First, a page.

of some neuron is thus a function of the output of the previous layer. We define it as

where

is some non-linear activation function,

is the output of the th neuron in the previous layer, is the weight for that connection, and is the neuron’s bias. A choice for the non-linearity function

that has gained popularity in recent years is the ReLU, or

rectified linear unit. We will use the leaky ReLU, defined as

The activation can be described in terms of a matrix multiplication. Let be the weights of th layer, with each neuron as a column of weights. The activations for that layer on a row-wise subset of the training data is then

Ii-B Training Neural Networks

Training a neural network is done with stochastic gradient descent

, or SGD. In SGD, the gradient of the loss function

is computed for a single sample. The network parameters are then updated using the expression , where is the learning rate. This process is repeated until some convergence criterion is satisfied.

The loss function is typically the distance of the network output and the ground truth label, and some regularization, i.e. given ground truth label , network output , and regularization strength , we have

where is the Euclidean distance (i.e. distance.)

A common way to extend SGD is through mini-batch processing, where a batch of samples are processed, and the gradient update is computed by the mean of each sample’s gradient. A further improvement is momentum learning, where consecutive updates in the same direction contribute to “momentum” in that direction.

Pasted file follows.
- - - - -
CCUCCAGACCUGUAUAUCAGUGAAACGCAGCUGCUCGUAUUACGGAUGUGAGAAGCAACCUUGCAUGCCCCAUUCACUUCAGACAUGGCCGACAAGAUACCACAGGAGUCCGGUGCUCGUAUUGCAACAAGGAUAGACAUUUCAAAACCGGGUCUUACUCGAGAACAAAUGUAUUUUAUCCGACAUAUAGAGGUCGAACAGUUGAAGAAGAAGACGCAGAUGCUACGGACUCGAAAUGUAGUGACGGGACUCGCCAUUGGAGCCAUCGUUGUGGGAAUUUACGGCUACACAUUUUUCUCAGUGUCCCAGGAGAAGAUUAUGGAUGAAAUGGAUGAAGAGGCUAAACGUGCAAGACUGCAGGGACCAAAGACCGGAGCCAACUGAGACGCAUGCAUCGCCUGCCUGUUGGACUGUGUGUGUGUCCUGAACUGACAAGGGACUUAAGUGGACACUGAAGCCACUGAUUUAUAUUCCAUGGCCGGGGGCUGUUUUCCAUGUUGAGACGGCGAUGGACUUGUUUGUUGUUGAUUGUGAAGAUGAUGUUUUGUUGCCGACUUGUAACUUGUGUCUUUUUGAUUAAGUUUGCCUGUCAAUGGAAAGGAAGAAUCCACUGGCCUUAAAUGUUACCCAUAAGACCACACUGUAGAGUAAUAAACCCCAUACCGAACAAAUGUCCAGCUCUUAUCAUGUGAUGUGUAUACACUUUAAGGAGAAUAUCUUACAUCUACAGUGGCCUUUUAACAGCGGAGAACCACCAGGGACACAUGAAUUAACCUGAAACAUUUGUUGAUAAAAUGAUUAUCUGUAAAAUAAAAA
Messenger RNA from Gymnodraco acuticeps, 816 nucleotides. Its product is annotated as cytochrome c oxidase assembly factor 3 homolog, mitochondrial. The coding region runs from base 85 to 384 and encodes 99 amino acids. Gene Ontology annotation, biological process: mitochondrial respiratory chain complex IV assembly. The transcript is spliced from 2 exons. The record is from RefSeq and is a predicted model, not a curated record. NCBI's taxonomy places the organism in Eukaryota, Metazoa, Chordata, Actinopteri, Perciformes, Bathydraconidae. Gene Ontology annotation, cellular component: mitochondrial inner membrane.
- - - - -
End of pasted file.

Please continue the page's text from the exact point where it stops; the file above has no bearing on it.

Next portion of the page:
Ii-C Network Parallel Training

Network Parallel Training (NPT) [3] is sometimes referred to as Unit Parallelization. In NPT, one divides the network units within each layer across different processes. In its simplest form, each process is responsible for calculating activation of a single unit in each layer [6]. In a more practical setup the units are divided in a linearly load balanced manner. See figure 1 for an example.

In our approach, the strategy is to compute the matrix-matrix multiplication for each layer in parallel using Cannon’s algorithm for matrix multiplication, then compute the activation output for that unit. The shifting of the local matrices within Cannon’s algorithm as defined in algorithm 1 allows for the partial products required for the calculation of activations in each unit to be available within the corresponding process.